Extracranial AVM Left Temporalis Muscle

I'm a newbie here. This is my first post!

I Just got news last week that I have a 2.3cm AVM on my left temporalis muscle. I can't find very much information on AVMs that aren't located in the brain. I'm looking forward to seeing if there are others like me out there.

This is my second AVM. My first one was 4cm and located in my neck. It would blow up blue like a balloon when I would get excited or when I'd work out and my head was lower than my heart. That was removed successfully in 2002. Back then I couldn't really find any information on AVMs and frankly I forgot about it.

I have an appointment with an AVM specialist at UCSD's Neurosurgery department later this month. BUT I have sooo many questions before then.

I think I noticed the "lump" on my temple 6-7 years ago. Of course whatever doctors I saw told me it couldn't be another AVM... Every so often maybe 1-3 times a year or less it would enlarge and harden like there was a little rock on my temple. It would hang out for a week to a month and then dissipate. What was it doing and why did it do that?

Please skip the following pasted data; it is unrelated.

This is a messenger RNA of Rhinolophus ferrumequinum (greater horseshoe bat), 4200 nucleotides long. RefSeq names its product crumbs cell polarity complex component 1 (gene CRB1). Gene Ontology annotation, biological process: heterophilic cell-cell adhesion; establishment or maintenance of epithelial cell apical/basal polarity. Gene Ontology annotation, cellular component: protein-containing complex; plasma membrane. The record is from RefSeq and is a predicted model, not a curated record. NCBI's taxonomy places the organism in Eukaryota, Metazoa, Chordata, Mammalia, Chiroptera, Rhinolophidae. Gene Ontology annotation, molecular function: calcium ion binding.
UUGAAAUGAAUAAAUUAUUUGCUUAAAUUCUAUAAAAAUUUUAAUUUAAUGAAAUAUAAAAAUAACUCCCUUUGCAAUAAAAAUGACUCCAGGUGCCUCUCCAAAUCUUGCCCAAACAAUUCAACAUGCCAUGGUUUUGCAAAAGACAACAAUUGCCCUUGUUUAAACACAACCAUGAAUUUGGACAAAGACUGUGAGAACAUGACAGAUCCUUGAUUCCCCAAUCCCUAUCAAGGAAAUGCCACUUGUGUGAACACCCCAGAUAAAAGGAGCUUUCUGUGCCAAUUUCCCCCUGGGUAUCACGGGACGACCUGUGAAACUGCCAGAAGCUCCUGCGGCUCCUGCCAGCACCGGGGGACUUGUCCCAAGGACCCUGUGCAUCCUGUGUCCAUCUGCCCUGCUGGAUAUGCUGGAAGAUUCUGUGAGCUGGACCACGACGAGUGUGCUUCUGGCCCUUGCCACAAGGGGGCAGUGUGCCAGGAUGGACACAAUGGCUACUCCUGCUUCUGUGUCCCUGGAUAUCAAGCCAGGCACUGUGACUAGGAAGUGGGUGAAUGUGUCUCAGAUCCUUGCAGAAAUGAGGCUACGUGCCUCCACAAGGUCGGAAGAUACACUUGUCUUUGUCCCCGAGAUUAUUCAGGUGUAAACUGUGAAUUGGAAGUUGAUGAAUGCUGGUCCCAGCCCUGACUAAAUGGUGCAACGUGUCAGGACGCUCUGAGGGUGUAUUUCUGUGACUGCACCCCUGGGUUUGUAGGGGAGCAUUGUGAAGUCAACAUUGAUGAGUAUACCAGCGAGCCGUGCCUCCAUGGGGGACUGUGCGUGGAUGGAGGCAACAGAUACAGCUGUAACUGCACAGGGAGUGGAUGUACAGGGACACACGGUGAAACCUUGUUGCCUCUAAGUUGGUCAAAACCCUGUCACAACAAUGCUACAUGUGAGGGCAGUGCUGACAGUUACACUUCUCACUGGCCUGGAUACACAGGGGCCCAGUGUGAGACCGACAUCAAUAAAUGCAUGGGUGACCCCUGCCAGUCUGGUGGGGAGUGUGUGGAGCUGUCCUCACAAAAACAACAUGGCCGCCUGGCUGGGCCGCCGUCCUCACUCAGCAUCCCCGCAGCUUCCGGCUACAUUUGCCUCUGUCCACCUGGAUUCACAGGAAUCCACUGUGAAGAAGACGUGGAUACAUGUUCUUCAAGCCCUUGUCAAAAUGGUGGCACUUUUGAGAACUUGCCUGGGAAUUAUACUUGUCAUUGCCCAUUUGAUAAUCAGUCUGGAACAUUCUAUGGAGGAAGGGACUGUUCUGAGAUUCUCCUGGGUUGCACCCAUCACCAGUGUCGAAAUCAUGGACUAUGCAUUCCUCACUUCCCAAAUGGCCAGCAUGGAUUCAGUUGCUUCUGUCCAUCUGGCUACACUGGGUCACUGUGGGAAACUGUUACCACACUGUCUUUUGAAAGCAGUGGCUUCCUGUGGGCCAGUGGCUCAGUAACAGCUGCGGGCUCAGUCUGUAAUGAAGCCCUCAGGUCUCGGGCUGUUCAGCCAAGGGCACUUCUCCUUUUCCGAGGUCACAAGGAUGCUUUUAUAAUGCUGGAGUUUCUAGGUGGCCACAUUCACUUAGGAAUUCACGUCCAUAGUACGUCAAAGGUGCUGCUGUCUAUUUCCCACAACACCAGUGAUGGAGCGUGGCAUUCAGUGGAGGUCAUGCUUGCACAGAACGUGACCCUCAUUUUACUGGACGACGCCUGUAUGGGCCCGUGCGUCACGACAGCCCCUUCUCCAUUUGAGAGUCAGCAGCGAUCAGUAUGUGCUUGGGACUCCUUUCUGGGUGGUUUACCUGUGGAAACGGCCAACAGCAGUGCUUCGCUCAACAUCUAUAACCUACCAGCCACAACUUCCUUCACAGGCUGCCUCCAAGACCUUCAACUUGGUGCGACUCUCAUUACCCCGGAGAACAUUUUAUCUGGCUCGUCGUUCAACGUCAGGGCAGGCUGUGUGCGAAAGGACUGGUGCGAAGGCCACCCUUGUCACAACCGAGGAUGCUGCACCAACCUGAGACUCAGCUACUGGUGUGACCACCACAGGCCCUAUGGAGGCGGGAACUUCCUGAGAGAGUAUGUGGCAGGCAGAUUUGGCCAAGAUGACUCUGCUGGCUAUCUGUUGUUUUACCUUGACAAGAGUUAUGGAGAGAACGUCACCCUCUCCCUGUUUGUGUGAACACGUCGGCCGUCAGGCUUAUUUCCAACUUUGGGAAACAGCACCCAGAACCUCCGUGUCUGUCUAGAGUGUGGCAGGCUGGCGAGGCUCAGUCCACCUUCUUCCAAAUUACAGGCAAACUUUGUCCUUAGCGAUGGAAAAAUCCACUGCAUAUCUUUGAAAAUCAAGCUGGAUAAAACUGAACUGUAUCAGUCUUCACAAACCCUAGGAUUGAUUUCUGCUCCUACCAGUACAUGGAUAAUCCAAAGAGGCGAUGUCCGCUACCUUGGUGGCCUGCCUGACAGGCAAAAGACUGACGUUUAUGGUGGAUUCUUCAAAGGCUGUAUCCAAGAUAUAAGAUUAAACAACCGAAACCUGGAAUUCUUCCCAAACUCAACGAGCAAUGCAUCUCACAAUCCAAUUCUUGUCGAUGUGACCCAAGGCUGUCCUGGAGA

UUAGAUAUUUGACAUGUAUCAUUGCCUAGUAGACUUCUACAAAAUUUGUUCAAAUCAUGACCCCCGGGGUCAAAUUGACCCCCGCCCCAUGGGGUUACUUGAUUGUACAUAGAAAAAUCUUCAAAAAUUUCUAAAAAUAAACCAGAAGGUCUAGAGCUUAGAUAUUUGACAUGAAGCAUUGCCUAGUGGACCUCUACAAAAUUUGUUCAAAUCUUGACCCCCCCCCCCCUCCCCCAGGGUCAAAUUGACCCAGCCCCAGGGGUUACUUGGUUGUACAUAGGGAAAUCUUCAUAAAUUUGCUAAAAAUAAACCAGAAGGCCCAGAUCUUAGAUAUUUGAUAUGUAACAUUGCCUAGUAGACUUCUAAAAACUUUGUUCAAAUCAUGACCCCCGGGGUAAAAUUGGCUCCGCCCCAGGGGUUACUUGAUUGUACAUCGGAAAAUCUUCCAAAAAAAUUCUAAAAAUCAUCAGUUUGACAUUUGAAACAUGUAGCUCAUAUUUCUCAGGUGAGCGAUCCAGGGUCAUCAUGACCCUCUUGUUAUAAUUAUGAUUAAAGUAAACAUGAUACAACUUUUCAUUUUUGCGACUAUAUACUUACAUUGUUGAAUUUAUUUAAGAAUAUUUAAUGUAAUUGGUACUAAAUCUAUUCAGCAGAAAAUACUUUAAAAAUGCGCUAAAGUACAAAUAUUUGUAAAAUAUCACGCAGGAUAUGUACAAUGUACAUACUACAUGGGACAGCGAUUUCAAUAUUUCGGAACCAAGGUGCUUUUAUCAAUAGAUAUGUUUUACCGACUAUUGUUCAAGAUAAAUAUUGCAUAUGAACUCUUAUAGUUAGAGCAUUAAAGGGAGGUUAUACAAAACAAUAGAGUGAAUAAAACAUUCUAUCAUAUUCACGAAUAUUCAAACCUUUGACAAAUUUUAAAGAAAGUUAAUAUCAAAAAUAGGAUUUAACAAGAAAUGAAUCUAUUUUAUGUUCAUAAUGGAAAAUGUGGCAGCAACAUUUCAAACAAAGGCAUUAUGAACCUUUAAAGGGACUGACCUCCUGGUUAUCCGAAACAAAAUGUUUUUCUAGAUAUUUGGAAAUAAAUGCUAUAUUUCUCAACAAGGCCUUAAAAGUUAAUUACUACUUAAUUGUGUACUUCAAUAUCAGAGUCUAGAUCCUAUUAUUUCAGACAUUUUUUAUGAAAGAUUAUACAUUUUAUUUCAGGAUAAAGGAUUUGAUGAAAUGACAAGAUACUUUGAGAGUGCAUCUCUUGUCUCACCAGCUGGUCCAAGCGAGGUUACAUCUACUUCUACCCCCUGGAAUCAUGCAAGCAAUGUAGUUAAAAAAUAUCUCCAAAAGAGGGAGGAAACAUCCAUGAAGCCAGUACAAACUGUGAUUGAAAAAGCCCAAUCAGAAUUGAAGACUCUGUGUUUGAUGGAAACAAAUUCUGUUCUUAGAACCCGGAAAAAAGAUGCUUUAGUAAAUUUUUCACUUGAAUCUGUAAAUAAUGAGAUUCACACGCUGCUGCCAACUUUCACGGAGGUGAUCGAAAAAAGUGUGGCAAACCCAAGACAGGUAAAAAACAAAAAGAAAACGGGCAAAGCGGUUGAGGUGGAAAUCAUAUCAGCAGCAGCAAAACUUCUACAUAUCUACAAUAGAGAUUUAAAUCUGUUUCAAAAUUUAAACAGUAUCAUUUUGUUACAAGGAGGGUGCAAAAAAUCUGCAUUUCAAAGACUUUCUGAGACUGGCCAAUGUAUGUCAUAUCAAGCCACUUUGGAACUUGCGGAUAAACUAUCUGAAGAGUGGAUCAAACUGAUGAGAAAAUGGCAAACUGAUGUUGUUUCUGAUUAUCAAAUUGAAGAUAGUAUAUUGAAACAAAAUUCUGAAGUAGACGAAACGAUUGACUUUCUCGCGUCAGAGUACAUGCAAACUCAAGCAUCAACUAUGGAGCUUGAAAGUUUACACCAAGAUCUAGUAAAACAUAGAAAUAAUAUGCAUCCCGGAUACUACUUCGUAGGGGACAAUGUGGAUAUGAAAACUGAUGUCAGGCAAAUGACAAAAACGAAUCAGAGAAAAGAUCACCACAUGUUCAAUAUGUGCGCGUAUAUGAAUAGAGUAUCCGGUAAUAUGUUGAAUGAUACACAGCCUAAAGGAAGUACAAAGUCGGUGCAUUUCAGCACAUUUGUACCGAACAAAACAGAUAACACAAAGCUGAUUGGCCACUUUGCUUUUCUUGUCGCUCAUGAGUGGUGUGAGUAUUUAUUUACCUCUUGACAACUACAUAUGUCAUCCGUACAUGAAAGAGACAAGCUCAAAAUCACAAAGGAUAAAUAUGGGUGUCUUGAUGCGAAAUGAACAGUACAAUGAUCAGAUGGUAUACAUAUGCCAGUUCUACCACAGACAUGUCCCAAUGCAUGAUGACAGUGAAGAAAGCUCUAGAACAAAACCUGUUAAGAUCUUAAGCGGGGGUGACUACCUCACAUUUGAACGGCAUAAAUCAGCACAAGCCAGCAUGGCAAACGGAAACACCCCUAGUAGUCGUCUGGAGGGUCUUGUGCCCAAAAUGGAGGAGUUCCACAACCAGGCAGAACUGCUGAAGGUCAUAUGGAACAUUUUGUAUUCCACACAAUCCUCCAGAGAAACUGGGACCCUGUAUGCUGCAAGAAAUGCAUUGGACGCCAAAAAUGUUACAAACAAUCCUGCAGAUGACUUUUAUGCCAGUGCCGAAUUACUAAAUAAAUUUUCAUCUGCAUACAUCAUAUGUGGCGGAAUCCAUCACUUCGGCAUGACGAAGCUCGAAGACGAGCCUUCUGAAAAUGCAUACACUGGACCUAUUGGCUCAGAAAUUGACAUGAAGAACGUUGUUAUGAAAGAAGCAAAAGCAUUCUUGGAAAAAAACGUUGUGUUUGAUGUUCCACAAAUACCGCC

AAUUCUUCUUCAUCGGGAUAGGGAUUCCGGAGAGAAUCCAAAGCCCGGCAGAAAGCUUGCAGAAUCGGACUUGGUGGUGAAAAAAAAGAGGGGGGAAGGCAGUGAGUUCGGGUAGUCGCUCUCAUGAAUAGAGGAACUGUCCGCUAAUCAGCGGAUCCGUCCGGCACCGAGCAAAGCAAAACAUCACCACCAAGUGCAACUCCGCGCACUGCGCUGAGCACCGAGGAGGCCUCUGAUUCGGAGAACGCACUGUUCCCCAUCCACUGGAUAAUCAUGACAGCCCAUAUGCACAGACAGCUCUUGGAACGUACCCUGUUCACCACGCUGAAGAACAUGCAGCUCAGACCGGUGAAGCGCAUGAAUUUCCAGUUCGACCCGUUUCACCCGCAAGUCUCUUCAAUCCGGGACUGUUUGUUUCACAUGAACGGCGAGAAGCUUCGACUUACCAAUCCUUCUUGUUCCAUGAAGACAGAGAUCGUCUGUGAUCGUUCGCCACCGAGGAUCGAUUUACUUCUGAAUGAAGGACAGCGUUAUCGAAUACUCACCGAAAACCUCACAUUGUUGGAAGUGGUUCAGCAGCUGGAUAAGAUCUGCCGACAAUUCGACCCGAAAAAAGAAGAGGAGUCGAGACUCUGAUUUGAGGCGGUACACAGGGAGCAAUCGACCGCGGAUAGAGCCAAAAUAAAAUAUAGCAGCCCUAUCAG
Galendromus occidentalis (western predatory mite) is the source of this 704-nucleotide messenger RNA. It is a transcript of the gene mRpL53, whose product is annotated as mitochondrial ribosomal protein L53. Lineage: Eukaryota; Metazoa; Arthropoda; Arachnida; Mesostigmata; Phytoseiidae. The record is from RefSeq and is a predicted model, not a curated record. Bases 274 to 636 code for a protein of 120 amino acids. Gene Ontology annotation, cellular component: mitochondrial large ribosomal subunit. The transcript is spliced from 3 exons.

Beginning of March this year, I had a terrible headache for three days. It was so bad I threw up (which I have never done before) and then a few days later the lump was there again, bigger and harder then ever before. It stayed for over two weeks. Sleeping was really difficult because the lump hurt worse at night. Why did it do that?

I'm 39 years old and I have a 4 year old daughter and a 17 month old son. I'm assuming that since my AVM isn't in my brain that my AVM isn't life threatening. Again this is my assumption. I don't know the risks or the symptoms or treatment for extracranial AVM! I honestly have a million questions and would love some insight!

So if someone can help me shed some light on what I'm experiencing that would be super awesome.

Thank you!

Hi SalBella :) , and welcome here, I have done a search for you that may help a little :


and also I have featured your discussion and broadcast it to try generate the community to comment on it, I'm sure there will be some of our members that have been in this situation. Thanks and hope your well.


How did you find out? I would go to a neurosurgeon for my treatment. Attend to right away for they don’t heal themselves.